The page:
# When can a contractible 2-complex be embedded in R^3?

Let $X$ be a contractible 2-dimensional simplicial complex. Are there nice necessary and sufficient conditions for $X$ to be embeddable in $\mathbb R^3$? Clearly it is necessary that the link of every vertex be a planar graph. Is this sufficient?

• Its not necessary at all -- consider the space that's the product of an interval with the cone on a discrete space (say, with at least three elements). This embeds in $\mathbb R^3$ and is contractible, but does not satisfy your "necessary" condition. Aug 13 '11 at 20:04
• @Ryan, it seems to me that no matter how you triangulate your example, all the links are suspensions of discrete spaces, which are planar graphs. Aug 13 '11 at 20:31
• (I guess at some points the links are cones on discrete spaces, but that's okay, too.) Aug 13 '11 at 20:32
• Er, right. I had some examples in mind. Maybe they demonstrated something else. For example, think about the bundle over $S^1$ whose fibre is the cone on a three-point space, so the fibre is a "Y". If the monodromy of that bundle flips the two "arms" of the "Y", but keeps the base fixed, the total space would be a Moebius band with an annulus attached along the central circle. Give it a triangulation which is a refinement of the product CW-decomposition. The links of vertices are planar graphs but I believe it can't embed since if it did, the Moebius band would be orientable. Aug 13 '11 at 22:33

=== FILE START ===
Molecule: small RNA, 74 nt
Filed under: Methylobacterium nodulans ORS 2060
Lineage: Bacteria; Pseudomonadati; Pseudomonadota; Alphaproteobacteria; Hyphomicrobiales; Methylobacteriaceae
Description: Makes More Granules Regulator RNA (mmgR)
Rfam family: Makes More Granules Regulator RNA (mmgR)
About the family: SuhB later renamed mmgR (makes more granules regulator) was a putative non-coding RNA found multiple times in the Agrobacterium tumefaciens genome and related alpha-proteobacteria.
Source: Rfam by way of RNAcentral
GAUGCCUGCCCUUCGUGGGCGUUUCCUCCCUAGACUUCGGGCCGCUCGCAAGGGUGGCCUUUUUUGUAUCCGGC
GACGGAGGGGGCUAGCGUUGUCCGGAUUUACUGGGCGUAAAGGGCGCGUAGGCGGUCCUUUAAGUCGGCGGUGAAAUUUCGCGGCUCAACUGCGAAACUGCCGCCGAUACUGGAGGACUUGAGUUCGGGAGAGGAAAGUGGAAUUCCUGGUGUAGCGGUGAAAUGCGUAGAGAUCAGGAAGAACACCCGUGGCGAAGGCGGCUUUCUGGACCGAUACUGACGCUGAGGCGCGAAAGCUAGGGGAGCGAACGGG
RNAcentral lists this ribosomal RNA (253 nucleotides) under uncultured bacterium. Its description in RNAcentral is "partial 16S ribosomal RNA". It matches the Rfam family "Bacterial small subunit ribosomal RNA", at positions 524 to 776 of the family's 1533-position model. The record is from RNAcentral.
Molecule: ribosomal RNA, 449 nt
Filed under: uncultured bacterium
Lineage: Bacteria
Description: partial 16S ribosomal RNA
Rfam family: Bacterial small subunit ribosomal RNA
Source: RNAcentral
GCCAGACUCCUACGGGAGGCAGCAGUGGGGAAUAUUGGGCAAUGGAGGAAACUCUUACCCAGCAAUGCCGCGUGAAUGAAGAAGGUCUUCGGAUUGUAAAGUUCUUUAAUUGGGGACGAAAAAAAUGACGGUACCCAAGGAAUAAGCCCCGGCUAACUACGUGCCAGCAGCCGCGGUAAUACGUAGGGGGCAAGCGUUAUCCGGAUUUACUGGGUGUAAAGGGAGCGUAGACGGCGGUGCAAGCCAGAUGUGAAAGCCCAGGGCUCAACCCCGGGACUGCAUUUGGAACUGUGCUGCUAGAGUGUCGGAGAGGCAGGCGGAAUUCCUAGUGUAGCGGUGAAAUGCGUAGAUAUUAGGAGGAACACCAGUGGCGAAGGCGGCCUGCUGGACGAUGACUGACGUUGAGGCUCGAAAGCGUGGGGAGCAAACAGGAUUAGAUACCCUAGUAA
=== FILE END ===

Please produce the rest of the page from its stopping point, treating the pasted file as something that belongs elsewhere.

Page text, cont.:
• So what this demonstrates is that the author's condition is very much just a local one. Perhaps you could view it as the 0-dimensional criterion in an obstruction theoretic approach. The above example demonstrates you need some kind of 1-dimensional obstruction, as well. Aug 13 '11 at 22:36

If your complex is finite, then figure out the possible ways of thickening it to a 3-manifold. The possible thickenings are determined by the various embeddings of the links of the vertices into $S^2$, then seeing if these induce compatible thickenings over the edges (determined by the same cyclic ordering over the link of the edge) and faces of the complex. If it can be thickened this way, then it must be a ball since it is a contractible 3-manifold.
• Very nice answre! This still leaves open the question of whether there exist 2-dimensional complexes all of whose links are planar, but that don't embed in $\mathbb R^3$. Aug 13 '11 at 22:15